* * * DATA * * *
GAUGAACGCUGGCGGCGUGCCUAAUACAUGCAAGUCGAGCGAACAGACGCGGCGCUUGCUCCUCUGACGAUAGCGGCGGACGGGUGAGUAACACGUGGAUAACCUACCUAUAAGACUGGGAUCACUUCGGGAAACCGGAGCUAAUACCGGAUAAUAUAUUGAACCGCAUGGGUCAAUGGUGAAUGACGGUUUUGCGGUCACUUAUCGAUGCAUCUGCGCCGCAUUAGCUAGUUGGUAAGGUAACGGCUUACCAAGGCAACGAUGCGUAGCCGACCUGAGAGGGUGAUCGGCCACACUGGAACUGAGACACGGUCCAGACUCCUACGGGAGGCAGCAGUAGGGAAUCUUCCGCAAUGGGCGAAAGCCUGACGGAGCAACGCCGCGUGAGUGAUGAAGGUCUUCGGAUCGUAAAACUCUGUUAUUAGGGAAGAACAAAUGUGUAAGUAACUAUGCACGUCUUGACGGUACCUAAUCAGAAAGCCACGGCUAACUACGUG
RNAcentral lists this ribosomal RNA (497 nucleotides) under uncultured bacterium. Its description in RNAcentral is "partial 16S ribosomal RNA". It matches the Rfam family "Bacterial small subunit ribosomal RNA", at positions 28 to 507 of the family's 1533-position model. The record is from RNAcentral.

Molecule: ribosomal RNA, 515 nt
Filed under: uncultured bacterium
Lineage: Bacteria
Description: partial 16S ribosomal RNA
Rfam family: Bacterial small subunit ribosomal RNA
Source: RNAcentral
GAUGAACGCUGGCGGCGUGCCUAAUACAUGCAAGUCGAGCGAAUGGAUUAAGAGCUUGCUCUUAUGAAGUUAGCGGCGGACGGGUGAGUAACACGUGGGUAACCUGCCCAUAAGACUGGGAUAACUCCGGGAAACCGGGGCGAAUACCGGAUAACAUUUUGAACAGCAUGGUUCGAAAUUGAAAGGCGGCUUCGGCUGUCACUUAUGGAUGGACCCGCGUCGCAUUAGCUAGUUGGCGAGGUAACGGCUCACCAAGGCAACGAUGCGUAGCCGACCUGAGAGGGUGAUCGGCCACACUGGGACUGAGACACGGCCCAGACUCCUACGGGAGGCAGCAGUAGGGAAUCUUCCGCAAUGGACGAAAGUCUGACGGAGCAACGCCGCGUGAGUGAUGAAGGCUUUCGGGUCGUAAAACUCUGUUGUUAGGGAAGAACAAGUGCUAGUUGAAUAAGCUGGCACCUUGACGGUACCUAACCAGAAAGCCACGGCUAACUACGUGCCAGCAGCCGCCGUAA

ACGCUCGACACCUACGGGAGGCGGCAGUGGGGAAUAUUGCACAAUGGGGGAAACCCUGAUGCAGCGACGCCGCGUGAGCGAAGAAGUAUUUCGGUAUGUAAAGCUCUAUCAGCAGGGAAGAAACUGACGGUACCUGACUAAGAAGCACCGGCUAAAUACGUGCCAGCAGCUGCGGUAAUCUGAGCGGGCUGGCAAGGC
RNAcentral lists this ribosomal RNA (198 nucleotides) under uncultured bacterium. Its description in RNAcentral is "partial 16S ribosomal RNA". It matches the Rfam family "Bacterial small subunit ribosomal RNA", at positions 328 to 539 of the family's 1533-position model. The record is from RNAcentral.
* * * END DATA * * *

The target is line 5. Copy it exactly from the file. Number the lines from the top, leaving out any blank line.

Lineage: Bacteria